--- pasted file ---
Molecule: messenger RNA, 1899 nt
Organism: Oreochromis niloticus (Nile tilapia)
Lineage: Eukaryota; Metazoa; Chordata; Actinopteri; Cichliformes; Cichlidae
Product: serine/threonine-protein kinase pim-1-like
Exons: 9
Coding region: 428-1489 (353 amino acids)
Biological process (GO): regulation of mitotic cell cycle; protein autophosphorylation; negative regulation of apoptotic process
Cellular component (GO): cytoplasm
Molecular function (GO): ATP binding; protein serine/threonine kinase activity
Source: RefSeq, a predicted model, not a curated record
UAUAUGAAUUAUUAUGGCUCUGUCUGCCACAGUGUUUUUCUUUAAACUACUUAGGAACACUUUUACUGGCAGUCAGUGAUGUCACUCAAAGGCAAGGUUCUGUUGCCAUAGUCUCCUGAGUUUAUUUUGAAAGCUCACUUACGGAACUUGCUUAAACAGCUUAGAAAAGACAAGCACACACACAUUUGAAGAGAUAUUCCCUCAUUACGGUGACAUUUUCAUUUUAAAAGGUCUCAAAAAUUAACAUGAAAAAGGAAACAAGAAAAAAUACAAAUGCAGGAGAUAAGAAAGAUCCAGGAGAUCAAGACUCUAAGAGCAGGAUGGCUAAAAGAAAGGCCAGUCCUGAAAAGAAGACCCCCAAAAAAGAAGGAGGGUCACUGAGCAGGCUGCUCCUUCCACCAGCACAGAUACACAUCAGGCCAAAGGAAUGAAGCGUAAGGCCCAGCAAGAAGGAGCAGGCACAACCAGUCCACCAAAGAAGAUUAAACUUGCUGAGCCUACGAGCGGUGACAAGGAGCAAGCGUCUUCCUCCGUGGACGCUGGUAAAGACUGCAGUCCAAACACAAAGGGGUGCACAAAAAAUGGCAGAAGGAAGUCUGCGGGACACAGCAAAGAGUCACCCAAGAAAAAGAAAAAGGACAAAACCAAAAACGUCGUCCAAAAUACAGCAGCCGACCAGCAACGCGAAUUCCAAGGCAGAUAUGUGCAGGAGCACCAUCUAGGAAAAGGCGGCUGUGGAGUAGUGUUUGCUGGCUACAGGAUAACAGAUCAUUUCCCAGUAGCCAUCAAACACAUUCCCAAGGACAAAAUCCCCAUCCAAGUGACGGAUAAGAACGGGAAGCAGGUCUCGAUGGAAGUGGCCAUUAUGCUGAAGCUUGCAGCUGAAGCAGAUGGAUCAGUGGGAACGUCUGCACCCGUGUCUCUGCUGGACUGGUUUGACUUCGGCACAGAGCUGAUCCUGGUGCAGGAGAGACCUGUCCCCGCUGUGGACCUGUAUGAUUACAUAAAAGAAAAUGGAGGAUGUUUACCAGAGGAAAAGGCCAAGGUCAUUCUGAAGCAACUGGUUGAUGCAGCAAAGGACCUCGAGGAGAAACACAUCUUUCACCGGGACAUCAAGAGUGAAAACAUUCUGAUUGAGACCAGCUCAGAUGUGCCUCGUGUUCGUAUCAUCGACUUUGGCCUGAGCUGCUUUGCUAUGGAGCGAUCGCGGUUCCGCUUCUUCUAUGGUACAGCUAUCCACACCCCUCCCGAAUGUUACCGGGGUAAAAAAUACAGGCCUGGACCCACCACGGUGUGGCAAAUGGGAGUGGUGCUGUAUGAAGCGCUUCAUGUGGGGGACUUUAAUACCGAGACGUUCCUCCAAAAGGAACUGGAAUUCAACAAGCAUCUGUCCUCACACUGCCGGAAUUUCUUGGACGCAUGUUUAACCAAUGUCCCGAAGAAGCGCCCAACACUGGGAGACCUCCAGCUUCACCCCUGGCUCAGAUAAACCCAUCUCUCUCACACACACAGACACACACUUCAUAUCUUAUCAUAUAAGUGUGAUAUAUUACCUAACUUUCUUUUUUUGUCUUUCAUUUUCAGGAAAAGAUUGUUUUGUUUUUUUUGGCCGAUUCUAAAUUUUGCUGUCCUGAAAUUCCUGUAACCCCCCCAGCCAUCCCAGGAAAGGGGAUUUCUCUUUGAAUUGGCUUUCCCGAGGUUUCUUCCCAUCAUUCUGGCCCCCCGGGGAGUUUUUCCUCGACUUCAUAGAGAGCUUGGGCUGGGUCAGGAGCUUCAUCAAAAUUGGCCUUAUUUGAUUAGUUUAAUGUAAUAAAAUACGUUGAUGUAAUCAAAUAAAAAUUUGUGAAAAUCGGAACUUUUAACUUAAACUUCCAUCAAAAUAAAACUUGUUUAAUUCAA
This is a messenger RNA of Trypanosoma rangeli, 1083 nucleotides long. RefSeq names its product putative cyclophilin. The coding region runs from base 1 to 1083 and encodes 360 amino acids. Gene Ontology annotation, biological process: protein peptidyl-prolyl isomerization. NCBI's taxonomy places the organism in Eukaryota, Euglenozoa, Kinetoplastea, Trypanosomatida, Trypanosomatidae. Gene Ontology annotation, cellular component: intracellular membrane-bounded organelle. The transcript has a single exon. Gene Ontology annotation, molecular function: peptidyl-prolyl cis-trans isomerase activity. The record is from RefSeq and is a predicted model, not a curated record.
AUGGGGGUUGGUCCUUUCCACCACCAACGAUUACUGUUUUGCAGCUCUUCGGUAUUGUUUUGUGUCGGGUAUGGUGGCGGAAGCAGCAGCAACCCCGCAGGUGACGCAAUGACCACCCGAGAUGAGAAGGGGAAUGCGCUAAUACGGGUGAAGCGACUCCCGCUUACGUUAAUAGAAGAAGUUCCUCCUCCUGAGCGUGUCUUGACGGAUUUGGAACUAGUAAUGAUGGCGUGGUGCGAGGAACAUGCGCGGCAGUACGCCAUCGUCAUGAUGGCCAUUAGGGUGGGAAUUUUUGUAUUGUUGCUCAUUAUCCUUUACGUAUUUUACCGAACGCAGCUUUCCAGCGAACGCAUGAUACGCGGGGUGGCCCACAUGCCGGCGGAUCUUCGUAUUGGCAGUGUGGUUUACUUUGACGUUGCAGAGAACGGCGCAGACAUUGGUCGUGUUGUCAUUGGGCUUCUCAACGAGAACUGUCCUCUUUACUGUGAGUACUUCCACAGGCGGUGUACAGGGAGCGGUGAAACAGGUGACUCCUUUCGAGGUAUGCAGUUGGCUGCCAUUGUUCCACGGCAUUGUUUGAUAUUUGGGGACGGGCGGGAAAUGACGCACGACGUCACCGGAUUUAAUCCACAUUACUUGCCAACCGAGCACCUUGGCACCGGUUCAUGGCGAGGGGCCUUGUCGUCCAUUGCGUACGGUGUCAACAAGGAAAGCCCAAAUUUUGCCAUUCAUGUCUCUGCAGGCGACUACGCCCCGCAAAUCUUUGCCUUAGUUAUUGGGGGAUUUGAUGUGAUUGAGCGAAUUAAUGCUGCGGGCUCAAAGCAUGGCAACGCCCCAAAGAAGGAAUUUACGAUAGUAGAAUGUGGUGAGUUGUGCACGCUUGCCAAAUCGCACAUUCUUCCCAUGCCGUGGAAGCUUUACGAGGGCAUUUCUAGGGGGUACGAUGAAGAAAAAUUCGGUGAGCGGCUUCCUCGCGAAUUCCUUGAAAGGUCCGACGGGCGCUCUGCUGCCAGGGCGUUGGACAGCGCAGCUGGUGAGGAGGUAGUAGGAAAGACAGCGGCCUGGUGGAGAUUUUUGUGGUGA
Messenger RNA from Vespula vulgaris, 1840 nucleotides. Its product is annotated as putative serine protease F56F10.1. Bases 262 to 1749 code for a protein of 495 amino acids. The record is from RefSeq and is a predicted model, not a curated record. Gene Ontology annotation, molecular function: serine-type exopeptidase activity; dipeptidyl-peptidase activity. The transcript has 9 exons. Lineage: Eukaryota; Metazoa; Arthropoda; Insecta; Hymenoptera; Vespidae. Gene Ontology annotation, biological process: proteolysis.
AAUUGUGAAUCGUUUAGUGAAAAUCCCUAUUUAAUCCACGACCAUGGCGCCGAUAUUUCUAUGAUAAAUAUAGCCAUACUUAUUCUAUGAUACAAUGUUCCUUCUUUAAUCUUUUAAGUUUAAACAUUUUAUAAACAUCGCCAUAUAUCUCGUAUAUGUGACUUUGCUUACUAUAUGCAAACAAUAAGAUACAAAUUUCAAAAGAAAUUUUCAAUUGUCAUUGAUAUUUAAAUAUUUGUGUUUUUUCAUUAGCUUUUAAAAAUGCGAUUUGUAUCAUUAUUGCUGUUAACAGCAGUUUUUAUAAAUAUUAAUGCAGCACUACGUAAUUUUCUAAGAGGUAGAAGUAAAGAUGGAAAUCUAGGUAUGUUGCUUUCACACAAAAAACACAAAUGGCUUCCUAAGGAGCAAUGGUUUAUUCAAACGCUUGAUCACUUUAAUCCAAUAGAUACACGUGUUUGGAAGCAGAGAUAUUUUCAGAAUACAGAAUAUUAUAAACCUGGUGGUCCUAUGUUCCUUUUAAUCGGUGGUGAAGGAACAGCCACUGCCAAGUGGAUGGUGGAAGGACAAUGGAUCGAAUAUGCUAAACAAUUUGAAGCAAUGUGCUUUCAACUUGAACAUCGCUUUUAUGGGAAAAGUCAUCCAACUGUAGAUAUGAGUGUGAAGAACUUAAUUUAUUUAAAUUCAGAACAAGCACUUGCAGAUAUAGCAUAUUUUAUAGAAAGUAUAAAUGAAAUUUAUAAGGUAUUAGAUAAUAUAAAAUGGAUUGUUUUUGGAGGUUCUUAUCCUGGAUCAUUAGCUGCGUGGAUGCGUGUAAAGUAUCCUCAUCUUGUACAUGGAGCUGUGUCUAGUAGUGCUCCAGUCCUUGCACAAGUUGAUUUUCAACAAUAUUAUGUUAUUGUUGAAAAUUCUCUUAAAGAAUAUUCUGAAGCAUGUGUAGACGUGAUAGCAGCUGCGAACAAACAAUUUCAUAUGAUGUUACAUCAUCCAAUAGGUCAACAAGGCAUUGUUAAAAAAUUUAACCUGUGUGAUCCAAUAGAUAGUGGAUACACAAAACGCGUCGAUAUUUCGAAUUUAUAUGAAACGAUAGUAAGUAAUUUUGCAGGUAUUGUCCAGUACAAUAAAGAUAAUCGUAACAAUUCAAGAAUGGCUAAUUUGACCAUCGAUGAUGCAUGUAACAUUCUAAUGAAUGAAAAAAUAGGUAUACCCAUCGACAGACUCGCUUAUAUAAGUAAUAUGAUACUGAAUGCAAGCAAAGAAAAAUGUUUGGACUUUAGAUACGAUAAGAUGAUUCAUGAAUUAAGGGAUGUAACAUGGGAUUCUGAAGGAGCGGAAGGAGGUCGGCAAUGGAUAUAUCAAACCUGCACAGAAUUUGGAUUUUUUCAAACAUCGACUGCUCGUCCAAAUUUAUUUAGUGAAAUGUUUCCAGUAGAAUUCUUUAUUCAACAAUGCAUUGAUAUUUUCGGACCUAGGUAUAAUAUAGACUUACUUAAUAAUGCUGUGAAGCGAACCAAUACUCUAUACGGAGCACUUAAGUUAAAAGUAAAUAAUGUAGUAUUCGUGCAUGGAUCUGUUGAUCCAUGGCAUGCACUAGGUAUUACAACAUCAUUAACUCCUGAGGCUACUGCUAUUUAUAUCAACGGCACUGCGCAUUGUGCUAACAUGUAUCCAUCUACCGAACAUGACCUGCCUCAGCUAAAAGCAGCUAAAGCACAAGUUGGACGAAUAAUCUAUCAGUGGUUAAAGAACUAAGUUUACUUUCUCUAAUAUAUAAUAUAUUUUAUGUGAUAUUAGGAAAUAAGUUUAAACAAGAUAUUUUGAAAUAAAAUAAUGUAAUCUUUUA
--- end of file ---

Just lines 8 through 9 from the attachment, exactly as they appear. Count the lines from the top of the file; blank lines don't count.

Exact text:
Cellular component (GO): cytoplasm
Molecular function (GO): ATP binding; protein serine/threonine kinase activity